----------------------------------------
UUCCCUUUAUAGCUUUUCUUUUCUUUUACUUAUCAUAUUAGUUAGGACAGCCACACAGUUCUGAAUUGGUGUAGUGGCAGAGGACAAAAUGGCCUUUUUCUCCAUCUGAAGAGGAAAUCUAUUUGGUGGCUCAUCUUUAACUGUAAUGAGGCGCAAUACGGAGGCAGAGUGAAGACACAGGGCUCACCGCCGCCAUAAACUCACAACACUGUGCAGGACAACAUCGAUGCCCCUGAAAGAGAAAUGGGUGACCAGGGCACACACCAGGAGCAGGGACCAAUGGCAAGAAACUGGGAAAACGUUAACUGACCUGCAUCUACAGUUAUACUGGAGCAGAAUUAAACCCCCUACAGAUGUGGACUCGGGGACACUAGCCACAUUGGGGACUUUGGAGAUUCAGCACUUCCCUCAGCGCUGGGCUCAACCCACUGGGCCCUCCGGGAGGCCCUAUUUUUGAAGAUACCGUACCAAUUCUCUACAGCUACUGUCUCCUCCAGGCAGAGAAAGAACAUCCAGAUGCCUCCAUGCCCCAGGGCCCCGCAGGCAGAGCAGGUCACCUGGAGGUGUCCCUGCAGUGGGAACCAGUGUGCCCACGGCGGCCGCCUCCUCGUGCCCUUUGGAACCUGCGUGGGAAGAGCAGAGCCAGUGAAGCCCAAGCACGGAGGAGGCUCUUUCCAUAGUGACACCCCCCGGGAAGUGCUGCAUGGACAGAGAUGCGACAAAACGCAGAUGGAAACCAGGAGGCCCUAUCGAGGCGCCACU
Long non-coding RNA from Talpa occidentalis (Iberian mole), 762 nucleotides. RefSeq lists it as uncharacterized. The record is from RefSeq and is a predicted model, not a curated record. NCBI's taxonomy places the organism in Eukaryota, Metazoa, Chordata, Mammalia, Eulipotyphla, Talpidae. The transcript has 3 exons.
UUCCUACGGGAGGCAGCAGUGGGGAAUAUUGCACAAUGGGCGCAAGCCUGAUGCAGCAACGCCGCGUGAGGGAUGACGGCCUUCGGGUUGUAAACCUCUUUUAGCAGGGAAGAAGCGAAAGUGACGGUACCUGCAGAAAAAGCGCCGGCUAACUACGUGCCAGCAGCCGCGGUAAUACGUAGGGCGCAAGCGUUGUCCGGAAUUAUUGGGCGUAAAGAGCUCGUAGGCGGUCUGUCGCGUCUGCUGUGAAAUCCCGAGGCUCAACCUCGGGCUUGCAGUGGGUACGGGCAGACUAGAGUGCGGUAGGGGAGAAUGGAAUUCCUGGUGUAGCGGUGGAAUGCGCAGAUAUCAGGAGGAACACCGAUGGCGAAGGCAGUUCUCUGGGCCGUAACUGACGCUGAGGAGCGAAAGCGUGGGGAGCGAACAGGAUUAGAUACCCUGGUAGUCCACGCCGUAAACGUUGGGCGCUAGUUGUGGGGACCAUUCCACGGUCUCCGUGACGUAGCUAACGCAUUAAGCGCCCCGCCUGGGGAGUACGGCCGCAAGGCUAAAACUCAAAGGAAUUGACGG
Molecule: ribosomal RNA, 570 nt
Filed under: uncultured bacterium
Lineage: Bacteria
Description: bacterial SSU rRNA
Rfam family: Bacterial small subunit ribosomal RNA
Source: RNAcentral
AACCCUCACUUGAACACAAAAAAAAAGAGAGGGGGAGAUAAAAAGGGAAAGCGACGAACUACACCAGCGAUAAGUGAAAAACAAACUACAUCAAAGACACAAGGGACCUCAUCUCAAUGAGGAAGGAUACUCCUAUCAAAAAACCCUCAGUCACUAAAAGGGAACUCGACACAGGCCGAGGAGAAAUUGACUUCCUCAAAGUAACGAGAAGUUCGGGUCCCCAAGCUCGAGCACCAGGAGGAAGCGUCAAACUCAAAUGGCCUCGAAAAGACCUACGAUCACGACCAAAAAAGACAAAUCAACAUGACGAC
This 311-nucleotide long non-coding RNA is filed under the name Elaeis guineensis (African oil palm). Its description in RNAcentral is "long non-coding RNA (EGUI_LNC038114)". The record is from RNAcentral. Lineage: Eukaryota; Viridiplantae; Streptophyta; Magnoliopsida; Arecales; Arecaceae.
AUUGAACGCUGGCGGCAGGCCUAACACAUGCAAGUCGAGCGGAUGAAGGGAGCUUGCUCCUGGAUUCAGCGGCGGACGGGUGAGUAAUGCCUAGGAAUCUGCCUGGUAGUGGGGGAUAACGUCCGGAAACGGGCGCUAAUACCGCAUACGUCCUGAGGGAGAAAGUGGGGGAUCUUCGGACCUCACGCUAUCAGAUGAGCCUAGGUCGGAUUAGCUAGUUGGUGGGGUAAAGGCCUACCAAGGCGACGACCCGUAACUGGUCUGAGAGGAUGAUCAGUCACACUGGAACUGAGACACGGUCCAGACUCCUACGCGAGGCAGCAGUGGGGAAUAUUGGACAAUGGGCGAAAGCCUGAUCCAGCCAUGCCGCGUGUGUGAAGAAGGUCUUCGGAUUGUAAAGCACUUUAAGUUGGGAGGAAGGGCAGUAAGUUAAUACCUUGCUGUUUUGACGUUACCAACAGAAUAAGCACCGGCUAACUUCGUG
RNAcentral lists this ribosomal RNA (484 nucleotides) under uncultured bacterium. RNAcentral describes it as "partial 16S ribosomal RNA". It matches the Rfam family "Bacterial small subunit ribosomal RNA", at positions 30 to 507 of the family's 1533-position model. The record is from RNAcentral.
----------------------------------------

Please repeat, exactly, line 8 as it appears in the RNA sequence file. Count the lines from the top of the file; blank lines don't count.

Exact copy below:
Rfam family: Bacterial small subunit ribosomal RNA